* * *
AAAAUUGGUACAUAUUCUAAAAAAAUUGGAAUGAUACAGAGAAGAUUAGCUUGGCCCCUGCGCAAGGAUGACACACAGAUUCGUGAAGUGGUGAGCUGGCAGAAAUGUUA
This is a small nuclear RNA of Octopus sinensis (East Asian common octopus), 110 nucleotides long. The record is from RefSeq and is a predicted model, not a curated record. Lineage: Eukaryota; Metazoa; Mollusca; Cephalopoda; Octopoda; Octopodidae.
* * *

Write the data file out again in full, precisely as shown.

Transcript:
AAAAUUGGUACAUAUUCUAAAAAAAUUGGAAUGAUACAGAGAAGAUUAGCUUGGCCCCUGCGCAAGGAUGACACACAGAUUCGUGAAGUGGUGAGCUGGCAGAAAUGUUA
This is a small nuclear RNA of Octopus sinensis (East Asian common octopus), 110 nucleotides long. The record is from RefSeq and is a predicted model, not a curated record. Lineage: Eukaryota; Metazoa; Mollusca; Cephalopoda; Octopoda; Octopodidae.